Resource description framework (RDF) is a technical framework for data exchange and interpretation of concepts published on the Web. This used to be called the semantic web, which never became a reality. Now, almost 20 years after its launch, interest seems to be on the rise to address some of the issues that the digitalised society faces.
The framework was launched in 2001 and builds on technology and standards that made the web possible in the early 1990s. The basic idea of the technology was to create a uniform semantic understanding of objects and concepts so that data could be exchanged and shared openly on the web. The framework contains standards for linking data to metadata description to create conceptual understanding. This is important for consistent interpretation of objects and concepts that are exchanged between organisations, domain areas and across national borders.
The framework is based on established theories from discrete mathematics and forms the basis of graph databases suitable for storing dynamic relationships and semantic queries. The framework also contains descriptive logic that was developed in artificial intelligence (AI) in the early 1980s to construct rules for validating logical reasoning. Together, it enables a description of logical reasoning in digital format that can be used to extract implicit knowledge from conceptual models that represent known facts. For example in DNA research to discover DNA sequences.
At the time when the framework was created, there was a vision of a decentralized web where people, organizations and companies shared data with each other. Where the semantic web and smart agents formed a common digital infrastructure that could solve our needs by finding relationships between producers and consumers of services without having to be configured to solve specific tasks or requests. This can be seen against today’s agents like Apple Siri and Google Assistant, which can only perform tasks and relate information they are specifically designed to do.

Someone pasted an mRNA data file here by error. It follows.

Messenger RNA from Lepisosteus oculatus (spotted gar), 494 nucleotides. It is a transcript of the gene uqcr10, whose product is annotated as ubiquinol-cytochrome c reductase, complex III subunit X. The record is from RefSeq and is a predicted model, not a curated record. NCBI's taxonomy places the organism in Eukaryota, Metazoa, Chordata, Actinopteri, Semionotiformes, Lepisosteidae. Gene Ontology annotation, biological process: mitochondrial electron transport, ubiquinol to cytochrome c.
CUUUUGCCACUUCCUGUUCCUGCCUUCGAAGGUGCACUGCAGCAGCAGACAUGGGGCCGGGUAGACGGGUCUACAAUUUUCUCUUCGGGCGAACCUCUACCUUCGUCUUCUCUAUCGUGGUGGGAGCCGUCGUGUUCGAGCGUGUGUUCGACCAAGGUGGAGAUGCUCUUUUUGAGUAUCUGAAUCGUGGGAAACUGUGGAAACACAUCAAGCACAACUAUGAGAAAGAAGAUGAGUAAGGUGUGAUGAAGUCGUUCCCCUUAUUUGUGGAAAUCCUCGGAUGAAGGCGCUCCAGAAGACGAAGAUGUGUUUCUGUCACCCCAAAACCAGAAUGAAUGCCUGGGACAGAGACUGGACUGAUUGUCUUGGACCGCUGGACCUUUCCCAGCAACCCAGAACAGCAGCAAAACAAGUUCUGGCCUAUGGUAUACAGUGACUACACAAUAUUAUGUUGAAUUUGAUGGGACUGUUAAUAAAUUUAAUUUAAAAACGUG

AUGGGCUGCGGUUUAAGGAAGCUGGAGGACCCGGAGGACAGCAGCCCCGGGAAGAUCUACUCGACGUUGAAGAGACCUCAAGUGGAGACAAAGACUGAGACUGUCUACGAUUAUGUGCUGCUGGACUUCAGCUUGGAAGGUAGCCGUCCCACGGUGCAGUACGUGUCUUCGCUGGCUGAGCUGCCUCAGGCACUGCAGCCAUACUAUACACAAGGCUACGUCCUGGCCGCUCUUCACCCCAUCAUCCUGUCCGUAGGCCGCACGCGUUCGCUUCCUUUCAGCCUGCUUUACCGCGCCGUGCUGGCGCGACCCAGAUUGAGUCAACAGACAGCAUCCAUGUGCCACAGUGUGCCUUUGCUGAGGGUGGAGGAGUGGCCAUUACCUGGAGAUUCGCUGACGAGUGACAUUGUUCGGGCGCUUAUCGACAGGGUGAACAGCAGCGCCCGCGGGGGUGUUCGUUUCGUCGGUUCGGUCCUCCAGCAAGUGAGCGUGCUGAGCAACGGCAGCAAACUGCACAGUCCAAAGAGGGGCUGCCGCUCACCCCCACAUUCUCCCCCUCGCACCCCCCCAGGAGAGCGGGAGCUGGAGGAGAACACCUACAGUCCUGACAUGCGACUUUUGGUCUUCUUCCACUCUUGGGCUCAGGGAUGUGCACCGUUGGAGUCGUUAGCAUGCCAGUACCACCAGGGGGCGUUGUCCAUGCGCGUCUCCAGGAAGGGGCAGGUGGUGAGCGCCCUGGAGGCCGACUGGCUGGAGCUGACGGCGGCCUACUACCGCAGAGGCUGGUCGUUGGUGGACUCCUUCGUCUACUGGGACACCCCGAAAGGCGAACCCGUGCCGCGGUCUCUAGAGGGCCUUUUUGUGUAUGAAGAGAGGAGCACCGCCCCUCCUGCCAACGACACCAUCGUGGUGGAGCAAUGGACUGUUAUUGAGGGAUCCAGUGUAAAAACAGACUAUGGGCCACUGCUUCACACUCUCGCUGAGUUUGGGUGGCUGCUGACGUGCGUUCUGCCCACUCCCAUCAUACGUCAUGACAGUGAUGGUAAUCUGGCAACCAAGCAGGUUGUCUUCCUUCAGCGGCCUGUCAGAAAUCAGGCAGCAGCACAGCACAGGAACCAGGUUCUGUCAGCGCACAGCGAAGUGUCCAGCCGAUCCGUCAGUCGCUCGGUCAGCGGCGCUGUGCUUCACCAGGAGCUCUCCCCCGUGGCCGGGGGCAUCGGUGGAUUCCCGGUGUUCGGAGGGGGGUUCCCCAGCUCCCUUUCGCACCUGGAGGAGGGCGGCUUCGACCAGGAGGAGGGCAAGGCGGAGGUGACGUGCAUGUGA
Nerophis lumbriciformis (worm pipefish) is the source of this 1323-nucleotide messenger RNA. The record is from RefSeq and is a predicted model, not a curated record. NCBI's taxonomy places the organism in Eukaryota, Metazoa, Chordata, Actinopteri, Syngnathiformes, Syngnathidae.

The vision that Tim Berners-Lee (creator of WWW & HTTP) together with other researchers had does not exist to day for various reasons. The web, which was once created as an open digital infrastructure for sharing data and services with each other. Has been replaced by an internet where large platform owners dominate and retain ownership of data and information. Another reason is that principles of openness and participation can be abused by malicious actors and can pose a security problem in a digitised society.
Today, parts of the framework are being developed to better suit internet of today. Examples of this is that W3C launched the JSON-LD format in 2014 to make the technology more accessible. JSON is the dominant format for many web services today. The same year, Google launched the Knowledge Graph Search API service, which uses the JSON-LD format to illustrate related concepts to search keywords. The following year, Google, Bing and Yahoo started schema.org to improve web search services by providing coherent models to describe common concepts related to search keywords. Another example is Facebook OpenGraph, which is an RDF like standard for integrating articles that others are published online to the company’s own platform by using metadata description about the article to personalise news feeds for users.
Increased interest concerning the framework from European programs like the interoperability framework ISA² and Shift2Rail project to increase innovation potential within the European railway system. Are signs that adaptation and evolvement of the framework is more apt for the internet of today with connected devices, large amounts of data and security problems. Together with the problems with many of the fragmented IT systems of today with standards and formats has paved the way for a renaissance of the framework to be able to create a more coherent use and reuse of data.
Data does not become more valuable or easier to reuse just because it is published in RDF format. In order to create semantic interoperability, investments in reference conceptual models are needed, like the current EU initiative. Which will enables digital representation of concepts to facilitate reuse of data in important social sectors. In addition to reference models there is a need of digital infrastructure built on open technology and standards to augment coherent data exchange. Whether ongoing EU initiatives and the development of the RDF framework will lead to better exchange and re-use of data remains to be seen. But the vision of a global semantic web like the the creators had 20 years ago, is probably a pipe dream that never will see the light of day.
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